The economy of God’s Kingdom is made up of people who died to self and gave up the childish notion of “MINE!” These people are puzzled by arguments in favor of 10 percent, because each of them realizes that all that is around them is in play at all times for the Lord and His Kingdom. Their lives and everything in them are 100 percent purchased and owned by Jesus.

We live in what some have deemed a “praise & worship generation.” I would argue that few of us understand what genuine worship is, especially in the context of our death and burial in Christ.

This classic verse says it all:

I appeal to you therefore, brothers, by the mercies of God, to present your bodies as a living sacrifice, holy and acceptable to God, which is your spiritual worship.
—Romans 12:1

We are the sacrifice. And just a little study shows us from the Scriptures that what is sacrificed is never intended to get up from the altar, dust itself off, and go on as if nothing happened. No, the outcome for the sacrifice is death. And it isn’t a 10 percent death or even a generous 15 percent one, but 100 percent.

But that is my worship: 100 percent of all I am and anything connected to me. That is the life that fully celebrates Jesus and worships Him in Spirit and in truth.

Do we understand how far we are from the ways of the Kingdom? I know I do. And I understand it more each day. I want to crawl off the altar of sacrifice. I don’t want to be dead. I like “MINE!” too much, too.

Yet as each day passes, I enjoy that kind of compromised, half-dead, zombie-like existence less and less. Now, I can see what Jesus intended. And it is so much more than any of us can comprehend.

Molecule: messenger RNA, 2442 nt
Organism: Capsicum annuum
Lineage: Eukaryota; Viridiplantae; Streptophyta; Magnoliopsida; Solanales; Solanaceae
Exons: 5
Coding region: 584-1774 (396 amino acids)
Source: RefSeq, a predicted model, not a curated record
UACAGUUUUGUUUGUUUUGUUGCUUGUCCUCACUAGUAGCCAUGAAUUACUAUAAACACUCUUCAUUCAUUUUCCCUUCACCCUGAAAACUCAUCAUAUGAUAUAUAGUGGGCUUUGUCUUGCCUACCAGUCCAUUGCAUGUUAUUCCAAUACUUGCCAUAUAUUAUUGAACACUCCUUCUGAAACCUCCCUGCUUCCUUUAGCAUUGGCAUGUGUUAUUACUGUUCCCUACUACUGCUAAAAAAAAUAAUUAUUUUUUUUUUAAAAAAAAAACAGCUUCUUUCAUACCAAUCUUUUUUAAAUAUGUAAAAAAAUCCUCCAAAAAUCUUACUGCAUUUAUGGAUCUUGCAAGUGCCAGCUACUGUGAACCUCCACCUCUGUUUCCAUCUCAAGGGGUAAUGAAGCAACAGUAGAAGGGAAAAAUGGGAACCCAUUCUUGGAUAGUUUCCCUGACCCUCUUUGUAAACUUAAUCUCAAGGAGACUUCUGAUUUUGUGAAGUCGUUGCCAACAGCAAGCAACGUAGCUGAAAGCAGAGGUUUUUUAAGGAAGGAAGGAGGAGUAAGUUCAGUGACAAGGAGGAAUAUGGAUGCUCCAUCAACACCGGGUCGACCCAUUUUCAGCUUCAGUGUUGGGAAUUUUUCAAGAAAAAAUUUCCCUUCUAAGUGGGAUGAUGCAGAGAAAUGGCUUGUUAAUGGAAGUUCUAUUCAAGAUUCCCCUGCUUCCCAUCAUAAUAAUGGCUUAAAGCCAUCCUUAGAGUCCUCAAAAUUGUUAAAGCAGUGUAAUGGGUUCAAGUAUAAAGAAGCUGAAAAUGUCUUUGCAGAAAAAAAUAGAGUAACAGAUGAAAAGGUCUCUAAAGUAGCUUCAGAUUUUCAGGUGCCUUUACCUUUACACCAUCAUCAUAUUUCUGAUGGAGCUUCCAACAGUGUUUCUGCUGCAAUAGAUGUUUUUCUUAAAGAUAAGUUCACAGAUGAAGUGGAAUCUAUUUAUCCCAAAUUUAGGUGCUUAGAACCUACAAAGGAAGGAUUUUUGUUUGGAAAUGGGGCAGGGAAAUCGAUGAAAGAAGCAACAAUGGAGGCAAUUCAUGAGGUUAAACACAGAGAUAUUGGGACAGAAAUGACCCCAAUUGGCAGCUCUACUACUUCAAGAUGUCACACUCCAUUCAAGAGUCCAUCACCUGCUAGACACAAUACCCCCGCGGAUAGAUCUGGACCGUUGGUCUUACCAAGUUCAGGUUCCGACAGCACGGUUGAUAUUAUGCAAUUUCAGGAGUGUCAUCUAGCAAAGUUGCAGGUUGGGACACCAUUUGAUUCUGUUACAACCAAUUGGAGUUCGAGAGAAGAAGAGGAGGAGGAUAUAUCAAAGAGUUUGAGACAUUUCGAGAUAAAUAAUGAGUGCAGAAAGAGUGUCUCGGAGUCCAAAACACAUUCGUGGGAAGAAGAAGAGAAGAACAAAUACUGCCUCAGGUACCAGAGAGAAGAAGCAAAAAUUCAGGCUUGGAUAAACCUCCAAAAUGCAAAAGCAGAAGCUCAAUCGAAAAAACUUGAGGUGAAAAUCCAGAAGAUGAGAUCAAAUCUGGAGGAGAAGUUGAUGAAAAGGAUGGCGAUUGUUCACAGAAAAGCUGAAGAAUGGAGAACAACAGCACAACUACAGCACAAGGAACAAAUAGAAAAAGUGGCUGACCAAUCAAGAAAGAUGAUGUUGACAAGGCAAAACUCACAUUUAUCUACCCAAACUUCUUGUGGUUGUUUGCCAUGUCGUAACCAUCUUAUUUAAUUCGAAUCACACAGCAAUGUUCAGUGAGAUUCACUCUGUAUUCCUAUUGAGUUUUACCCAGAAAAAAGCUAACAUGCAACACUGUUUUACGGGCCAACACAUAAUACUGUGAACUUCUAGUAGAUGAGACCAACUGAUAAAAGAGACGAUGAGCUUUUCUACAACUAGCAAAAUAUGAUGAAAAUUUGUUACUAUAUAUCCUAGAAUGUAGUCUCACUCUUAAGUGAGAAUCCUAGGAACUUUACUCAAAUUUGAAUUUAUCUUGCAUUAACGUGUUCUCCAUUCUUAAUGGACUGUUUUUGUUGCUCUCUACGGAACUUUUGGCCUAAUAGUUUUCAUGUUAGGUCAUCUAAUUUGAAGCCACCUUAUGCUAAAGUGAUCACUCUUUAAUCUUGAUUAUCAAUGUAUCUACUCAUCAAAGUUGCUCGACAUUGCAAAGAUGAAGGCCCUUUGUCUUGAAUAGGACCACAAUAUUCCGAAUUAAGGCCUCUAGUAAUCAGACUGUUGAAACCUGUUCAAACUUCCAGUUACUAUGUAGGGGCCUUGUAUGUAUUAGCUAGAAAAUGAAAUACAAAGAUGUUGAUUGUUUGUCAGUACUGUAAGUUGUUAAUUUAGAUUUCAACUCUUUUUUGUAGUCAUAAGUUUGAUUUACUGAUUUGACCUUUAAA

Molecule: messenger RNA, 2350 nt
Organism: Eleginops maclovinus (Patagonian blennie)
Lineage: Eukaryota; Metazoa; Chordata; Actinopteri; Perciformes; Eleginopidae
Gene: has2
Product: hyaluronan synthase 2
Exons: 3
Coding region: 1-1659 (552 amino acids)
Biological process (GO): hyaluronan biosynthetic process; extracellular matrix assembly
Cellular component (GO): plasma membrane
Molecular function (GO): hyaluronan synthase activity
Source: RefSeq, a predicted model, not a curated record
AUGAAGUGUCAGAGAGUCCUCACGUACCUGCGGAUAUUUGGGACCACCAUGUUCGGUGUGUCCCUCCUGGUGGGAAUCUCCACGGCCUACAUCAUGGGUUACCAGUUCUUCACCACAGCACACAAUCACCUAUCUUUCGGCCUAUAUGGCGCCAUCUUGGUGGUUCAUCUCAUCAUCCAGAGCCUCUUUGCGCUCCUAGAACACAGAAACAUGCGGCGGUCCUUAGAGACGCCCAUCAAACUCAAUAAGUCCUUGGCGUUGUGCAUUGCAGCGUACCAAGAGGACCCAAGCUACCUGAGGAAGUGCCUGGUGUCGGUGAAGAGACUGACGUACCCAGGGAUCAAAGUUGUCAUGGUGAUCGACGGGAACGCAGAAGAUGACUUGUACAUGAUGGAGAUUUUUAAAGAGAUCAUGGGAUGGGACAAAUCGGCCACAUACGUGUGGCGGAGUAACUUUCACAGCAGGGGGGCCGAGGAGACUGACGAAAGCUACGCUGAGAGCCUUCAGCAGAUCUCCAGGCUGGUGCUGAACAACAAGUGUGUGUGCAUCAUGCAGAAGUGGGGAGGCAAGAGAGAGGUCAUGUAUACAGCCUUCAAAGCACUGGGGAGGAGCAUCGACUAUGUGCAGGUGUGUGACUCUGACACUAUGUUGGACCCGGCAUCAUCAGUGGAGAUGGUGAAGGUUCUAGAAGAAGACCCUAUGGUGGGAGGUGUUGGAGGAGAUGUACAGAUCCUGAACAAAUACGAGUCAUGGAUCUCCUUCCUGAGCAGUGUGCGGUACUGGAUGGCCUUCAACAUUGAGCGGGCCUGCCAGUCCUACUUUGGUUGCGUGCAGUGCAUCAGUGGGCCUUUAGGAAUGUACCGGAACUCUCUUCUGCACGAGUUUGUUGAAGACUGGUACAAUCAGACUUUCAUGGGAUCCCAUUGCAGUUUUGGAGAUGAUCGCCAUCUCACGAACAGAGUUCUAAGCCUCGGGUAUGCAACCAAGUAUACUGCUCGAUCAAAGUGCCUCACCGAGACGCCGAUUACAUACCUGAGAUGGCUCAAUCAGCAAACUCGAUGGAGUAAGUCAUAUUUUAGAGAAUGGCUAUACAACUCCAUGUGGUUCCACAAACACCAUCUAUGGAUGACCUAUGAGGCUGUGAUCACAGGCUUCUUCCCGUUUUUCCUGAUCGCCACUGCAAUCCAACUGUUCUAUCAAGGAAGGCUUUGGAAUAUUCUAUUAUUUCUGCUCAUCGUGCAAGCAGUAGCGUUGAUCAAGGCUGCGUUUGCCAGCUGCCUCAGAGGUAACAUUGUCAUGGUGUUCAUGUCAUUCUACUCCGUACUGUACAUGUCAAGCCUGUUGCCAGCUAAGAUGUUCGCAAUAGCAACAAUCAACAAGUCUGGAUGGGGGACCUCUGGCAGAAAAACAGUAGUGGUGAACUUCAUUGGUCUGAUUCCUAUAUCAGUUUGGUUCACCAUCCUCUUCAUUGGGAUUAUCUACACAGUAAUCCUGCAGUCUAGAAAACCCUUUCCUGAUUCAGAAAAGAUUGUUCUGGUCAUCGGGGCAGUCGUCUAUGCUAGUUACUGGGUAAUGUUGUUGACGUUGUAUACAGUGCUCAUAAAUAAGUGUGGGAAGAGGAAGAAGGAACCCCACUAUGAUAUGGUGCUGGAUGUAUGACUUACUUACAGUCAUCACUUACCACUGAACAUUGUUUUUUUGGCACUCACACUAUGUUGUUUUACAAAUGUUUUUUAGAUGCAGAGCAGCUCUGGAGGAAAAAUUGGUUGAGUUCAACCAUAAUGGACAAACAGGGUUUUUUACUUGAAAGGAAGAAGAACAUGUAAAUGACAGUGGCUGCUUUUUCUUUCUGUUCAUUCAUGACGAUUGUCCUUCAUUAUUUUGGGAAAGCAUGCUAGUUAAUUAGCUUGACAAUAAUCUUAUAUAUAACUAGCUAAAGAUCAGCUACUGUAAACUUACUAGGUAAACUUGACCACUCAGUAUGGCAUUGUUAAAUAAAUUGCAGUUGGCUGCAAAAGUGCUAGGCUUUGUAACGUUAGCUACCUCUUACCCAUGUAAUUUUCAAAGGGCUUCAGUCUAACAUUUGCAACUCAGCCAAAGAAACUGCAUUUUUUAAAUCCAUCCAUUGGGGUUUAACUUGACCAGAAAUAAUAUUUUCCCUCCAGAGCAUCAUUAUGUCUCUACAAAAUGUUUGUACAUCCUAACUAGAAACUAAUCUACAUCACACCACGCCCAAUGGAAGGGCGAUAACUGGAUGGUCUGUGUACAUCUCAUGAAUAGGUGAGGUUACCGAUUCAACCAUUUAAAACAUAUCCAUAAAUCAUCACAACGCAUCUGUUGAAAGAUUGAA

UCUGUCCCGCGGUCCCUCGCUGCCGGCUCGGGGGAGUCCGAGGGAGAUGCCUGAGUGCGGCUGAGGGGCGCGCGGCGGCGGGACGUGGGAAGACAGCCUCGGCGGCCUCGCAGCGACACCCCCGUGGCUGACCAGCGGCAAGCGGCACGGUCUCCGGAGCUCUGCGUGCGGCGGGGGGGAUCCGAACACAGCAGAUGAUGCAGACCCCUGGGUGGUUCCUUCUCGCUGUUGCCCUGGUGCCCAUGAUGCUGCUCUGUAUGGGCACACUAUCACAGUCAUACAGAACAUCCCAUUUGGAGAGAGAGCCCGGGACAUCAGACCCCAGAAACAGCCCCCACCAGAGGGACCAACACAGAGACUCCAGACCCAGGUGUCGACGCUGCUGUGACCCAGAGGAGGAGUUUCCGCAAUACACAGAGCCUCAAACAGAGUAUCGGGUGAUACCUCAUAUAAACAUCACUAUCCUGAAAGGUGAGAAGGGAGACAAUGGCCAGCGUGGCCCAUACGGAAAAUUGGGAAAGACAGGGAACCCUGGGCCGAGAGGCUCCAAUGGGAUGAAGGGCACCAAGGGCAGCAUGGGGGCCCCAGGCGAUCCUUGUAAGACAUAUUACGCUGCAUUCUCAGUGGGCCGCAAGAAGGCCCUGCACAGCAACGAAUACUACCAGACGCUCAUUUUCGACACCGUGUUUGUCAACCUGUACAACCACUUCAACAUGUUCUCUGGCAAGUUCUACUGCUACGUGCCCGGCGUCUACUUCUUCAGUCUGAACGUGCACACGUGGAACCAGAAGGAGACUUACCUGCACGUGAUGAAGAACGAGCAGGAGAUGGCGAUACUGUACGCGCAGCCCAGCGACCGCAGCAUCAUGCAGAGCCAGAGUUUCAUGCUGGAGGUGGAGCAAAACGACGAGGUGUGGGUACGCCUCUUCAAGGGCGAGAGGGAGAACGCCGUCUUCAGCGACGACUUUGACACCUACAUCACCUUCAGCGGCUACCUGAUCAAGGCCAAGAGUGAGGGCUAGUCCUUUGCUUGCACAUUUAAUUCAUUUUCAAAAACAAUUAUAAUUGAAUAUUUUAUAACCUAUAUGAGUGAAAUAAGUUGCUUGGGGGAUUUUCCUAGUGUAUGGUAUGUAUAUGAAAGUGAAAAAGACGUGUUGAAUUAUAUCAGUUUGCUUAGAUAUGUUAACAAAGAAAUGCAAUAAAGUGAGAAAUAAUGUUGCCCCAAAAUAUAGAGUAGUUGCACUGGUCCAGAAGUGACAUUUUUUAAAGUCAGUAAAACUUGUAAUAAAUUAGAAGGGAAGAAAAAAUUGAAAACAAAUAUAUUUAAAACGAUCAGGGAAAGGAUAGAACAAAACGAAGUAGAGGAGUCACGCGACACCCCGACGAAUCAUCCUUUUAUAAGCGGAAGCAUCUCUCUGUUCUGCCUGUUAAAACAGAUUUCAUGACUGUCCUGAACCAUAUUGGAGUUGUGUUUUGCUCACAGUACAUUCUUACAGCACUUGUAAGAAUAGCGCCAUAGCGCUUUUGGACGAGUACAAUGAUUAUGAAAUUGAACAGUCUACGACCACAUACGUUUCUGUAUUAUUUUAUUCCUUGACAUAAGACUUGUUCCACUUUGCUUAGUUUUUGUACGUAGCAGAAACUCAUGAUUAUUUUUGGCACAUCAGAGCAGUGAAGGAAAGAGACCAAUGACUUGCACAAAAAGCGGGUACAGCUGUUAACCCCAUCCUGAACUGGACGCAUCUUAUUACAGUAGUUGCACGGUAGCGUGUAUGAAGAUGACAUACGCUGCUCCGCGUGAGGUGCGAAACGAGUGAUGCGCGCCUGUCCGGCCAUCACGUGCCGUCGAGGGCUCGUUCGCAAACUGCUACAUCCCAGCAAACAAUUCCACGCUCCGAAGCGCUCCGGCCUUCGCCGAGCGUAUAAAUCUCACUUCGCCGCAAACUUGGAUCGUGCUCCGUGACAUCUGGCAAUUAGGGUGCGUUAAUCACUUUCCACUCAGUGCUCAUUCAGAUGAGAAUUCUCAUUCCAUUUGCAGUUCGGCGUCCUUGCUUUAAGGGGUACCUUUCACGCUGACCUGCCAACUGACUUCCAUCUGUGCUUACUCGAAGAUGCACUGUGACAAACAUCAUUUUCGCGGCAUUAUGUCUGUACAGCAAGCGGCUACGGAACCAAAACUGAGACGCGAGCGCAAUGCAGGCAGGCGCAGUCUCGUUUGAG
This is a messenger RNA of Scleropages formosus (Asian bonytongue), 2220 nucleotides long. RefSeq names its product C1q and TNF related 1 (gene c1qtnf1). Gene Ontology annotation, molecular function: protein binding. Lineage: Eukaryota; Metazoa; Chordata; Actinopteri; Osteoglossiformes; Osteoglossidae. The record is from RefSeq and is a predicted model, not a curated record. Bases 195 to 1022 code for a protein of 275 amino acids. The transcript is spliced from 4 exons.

I want to be fully dead. It’s the only way to truly live.

Suffer Little Children…


Then were there brought unto him little children, that he should put his hands on them, and pray: and the disciples rebuked them. But Jesus said, "Suffer little children, and forbid them not, to come unto me: for of such is the kingdom of heaven."
—Matthew 19:13-14 KJV

Earlier this week I posted a More Cowbell Award , handing out "The Award No One Wants to Win" to children's Christian education programs (including Sunday School, Vacation Bible School, and Christian summer camps). That Stained Glass of Jesus Blessing Childrenparticular post generated more comments than any other More Cowbell Award I've given out. When it comes to educating the next generation of Christians, plenty of opinions exist.

I suspect even more opinions exist about the nature of children and salvation.

My son is nearing six years old. He's quite intelligent, loves God, enjoys church, spontaneously prays for others and for his own needs, and has a decent knowledge of the general truths of the Bible for his age. He continually surprises me with his questions about God, and surprises me even more with some of his answers. He'll always answer positively when asked if he believes in Jesus.

But is he saved?

For most of my adult life, I've leaned toward credobaptism. I was baptized as an infant in the Lutheran Church, but grew convinced of the need as an adult to show my own faithfulness toward God by being baptized as a confessing adult. (I kept this secret for many years from my parents. My brother felt the same as I did, got baptized, and told my folks, bringing lots of grief down on him and them.)

Later on, I worked in ministry to children and grew increasingly distressed about the issue of whether or not a child under ten understood the Gospel well enough to be justified. Probing kids for any information that might shed light on their eternal status yielded few results. Kids are such natural mimics that it's hard to discern whether they truly believe or are just mimicking what they know adults like to hear.

Kids don't make it any easier when it comes to the fruit of genuine Christian belief. Kids whose parents adamantly claim are rock-solid, baptized kiddie believers can be as rotten as those kids whose parents make no such claims. If a kid shares his milk and cookies with his friends and can rattle off a few memorized Bible verses are those actions proof of a genuine conversion?